I have used various configurations like this on and off for 25 years
and I agree with everything Jim says.
One year at our club Field Day operation we made one with wires for
160/80/40/20/15/10. Theoretically the 40 would have taken care of 15
also, but we were having fun adding wires! :) I think we used 1200
feet of rope tying off the ends. That beast was heavy. We needed two
or three people on the rope used to hoist the thing up... with one
person we had the antenna and an operator dangling on opposite ends
of a rope! I think there's a picture of that in existence somewhere...
Jim Brown wrote:
> Some things I've learned:
> 1) The longest dipole of the fan will exhibit its "normal" SWR
> bandwidth. Shorter dipoles in the fan will have their SWR
> bandwidth reduced by about half. With a good tuner (I use TenTec
> 229s and 238s) I can run these fans over the bottom 3/4 of 80M,
> all of 40, 20, and 15, and the lower half of 10M. I could probably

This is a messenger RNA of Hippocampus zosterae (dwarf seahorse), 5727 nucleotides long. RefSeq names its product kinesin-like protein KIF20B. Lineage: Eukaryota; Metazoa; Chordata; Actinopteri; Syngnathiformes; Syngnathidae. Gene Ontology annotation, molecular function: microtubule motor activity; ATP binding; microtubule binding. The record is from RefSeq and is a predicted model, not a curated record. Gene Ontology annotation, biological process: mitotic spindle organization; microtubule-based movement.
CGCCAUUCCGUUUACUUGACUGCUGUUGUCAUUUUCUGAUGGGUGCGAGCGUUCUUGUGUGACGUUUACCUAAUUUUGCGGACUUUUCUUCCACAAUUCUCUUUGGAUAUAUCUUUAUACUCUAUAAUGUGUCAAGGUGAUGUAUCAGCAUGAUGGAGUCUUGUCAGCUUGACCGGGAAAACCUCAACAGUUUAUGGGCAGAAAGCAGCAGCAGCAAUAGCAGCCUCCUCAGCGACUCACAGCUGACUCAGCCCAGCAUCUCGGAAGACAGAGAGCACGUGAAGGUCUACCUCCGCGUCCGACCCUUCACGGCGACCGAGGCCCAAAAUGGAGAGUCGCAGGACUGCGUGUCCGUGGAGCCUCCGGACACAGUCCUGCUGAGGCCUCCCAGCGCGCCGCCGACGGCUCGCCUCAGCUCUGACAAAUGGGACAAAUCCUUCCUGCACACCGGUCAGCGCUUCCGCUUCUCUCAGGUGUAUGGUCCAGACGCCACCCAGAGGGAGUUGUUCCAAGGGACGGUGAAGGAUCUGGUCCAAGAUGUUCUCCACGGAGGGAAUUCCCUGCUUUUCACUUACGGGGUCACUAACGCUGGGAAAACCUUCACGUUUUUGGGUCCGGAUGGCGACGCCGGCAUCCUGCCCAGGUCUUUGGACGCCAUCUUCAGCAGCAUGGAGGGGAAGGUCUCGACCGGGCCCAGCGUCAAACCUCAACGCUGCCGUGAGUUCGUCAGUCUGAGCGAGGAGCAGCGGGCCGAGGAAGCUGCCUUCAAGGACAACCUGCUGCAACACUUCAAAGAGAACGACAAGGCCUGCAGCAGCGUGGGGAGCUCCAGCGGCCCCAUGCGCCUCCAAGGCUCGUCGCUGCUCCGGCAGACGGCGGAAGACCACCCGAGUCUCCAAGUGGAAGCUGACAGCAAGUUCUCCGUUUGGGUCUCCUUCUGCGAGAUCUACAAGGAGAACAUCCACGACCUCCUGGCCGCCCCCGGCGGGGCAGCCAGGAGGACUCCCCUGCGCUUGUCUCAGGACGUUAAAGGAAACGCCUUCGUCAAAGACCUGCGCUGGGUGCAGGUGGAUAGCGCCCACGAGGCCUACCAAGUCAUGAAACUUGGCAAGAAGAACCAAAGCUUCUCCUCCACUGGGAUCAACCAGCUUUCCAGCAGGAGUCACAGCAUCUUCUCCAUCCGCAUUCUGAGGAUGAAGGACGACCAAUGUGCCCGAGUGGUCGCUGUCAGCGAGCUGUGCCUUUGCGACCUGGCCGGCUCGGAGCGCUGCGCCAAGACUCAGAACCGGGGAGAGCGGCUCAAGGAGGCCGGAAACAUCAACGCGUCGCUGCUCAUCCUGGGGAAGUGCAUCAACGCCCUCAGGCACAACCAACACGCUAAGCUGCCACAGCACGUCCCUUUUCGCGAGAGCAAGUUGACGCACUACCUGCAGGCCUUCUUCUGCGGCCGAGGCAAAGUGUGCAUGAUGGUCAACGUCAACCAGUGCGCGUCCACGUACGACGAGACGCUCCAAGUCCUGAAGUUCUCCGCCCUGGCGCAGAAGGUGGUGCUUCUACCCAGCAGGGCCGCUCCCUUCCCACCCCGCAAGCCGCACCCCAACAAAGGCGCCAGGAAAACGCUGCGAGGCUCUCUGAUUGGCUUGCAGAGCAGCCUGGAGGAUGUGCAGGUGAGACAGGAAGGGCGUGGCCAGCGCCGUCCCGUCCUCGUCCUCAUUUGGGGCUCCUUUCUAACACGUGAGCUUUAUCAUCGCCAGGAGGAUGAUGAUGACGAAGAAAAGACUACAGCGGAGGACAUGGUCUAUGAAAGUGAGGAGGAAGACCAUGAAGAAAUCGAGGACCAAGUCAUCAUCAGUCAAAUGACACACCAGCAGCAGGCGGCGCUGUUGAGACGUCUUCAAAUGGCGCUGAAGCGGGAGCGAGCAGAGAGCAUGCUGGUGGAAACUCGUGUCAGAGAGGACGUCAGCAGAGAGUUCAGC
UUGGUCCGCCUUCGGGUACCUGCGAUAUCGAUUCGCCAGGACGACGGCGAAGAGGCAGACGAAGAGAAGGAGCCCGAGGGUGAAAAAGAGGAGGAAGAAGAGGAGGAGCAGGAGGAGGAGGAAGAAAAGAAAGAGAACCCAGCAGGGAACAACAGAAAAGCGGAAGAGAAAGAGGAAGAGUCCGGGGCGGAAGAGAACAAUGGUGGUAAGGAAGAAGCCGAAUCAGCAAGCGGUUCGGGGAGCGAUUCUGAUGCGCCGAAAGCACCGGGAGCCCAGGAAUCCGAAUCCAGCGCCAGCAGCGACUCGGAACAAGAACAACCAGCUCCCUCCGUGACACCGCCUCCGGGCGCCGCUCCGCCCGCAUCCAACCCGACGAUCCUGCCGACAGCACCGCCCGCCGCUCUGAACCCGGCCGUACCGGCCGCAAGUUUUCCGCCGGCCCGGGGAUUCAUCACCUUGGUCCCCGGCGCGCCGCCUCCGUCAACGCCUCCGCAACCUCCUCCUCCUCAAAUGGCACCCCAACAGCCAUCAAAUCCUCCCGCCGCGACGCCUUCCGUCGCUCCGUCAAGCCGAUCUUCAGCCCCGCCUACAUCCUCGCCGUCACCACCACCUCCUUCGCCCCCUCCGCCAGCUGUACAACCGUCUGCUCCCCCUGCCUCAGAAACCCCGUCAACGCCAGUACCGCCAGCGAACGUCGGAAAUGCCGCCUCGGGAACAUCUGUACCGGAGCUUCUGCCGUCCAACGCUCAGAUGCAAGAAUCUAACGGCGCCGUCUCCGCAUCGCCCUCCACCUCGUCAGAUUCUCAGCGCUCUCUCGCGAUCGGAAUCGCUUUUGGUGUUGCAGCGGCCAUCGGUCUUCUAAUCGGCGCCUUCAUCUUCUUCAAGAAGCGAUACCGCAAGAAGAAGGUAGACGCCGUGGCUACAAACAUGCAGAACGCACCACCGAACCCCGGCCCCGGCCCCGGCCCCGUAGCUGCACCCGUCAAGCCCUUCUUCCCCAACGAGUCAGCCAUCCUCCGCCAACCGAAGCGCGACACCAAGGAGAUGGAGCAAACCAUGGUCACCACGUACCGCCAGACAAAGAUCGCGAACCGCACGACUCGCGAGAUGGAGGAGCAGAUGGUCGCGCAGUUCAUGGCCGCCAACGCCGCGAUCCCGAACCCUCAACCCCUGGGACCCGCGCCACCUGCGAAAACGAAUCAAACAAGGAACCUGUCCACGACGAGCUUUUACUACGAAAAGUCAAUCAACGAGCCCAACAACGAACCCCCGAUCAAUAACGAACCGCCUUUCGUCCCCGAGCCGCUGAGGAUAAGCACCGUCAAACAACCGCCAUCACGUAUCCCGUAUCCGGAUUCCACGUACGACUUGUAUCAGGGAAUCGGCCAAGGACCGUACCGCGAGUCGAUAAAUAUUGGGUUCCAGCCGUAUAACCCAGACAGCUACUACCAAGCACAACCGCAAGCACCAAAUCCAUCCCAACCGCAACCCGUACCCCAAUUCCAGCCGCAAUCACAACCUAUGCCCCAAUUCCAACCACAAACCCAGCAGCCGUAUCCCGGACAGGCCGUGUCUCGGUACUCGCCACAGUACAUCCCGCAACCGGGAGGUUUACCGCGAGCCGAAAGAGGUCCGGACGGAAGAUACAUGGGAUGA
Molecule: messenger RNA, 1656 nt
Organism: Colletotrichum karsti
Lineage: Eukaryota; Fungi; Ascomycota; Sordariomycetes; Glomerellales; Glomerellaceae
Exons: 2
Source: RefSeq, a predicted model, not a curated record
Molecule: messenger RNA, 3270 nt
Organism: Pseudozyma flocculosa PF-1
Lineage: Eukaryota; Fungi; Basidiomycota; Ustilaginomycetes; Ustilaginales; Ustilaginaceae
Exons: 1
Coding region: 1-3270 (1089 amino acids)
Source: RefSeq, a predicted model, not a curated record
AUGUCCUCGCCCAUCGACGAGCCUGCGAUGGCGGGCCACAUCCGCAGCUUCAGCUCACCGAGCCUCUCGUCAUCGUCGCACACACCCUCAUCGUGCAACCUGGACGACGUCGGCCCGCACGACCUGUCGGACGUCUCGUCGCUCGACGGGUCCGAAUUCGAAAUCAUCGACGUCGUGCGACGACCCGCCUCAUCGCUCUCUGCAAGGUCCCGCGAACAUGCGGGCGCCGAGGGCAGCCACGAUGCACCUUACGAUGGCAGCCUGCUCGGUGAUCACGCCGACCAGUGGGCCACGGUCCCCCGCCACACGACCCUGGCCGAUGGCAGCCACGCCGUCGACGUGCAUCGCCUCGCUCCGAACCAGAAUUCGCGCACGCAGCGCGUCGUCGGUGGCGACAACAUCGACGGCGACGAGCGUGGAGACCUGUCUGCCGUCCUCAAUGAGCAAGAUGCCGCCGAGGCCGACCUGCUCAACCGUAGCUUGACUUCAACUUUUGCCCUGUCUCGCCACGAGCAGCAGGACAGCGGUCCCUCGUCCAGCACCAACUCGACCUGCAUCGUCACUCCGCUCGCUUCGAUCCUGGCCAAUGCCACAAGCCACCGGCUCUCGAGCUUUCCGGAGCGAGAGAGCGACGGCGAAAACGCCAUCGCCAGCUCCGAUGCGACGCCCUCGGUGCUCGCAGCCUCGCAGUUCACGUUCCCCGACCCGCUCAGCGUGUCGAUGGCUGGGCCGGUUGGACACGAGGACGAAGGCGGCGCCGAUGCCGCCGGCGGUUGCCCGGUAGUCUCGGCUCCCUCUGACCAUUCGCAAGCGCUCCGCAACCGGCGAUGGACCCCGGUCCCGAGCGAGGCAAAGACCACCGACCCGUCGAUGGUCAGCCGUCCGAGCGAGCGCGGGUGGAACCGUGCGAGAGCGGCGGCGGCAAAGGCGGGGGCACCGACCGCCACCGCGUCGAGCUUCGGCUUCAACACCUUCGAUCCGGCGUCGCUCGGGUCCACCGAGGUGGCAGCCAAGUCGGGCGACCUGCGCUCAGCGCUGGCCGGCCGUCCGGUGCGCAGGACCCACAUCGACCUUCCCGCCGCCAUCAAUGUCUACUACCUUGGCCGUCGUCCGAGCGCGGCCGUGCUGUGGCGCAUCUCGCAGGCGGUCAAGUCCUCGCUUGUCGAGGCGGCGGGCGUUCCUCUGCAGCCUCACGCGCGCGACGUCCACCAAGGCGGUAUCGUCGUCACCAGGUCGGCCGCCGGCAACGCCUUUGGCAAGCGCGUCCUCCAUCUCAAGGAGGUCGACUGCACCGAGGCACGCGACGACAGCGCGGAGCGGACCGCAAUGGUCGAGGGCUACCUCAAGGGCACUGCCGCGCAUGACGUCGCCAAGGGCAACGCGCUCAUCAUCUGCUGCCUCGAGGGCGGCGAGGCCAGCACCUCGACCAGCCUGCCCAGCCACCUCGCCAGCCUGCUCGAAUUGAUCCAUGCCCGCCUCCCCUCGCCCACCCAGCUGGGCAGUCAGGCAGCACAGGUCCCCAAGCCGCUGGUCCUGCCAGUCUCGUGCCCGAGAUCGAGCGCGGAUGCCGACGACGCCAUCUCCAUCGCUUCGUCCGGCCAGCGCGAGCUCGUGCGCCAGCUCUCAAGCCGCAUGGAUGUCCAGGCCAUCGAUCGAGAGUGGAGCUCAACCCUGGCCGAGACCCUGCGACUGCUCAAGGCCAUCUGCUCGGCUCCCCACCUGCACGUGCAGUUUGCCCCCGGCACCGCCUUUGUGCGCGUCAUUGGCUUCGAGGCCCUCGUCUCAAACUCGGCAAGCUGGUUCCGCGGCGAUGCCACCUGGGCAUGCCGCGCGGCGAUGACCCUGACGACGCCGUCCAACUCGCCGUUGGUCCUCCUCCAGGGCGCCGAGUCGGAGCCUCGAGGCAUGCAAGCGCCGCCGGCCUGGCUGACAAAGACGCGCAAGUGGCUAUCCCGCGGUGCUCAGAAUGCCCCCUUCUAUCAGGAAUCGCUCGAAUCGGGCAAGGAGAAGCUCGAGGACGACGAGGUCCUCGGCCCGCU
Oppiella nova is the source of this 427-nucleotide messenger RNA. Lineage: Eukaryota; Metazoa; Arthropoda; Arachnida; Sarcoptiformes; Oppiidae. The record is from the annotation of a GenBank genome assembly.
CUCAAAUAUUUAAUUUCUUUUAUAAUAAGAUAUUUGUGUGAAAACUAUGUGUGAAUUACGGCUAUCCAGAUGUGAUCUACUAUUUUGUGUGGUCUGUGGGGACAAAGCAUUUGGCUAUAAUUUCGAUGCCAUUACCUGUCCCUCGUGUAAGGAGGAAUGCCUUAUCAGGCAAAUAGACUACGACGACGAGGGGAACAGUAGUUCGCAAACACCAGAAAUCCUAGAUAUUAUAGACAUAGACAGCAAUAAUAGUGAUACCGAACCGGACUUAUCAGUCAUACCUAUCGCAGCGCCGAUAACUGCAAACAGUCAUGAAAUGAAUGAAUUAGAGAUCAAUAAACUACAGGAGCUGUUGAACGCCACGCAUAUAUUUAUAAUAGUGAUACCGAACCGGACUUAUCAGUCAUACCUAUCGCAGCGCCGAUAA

> use the 20/15/10 at the top of 10 too, but I've never tried to
> operate above 28.55.
> 2) A 3-wire 20/15/10 fan will look like 50 ohms even if it is
> quite high. Ordinary dipoles will be pretty close to 75 ohms if
> they're quite high.
> 3) Some references say that one dipole will be detuned by some
> percentage by the others. I've never been able to measure that.
> 4) I would NOT try to put dipoles in a fan that are "in between
> harmonics" of others in the fan. That is, I would not put 30M in a
> fan with 40, because it is more likely to interact with the other
> dipoles. On the other hand, my 80/40 fans load quite nicely on
> 30M, and they play very well. They also load and work well on 17M
> and 12M!
> 5) If you have limited space, don't rule out loaded dipoles like
> those sold by HyPower Antenna Company. I've used them a lot, and
> they work quite well. NEC modeling shows that their efficiency is
> only a fractional dB below a full size dipole. The compromise is
> reduced SWR bandwidth, but you can still use them effectively over
> an entire band at full power with a good tuner.
> Jim Brown K9YC
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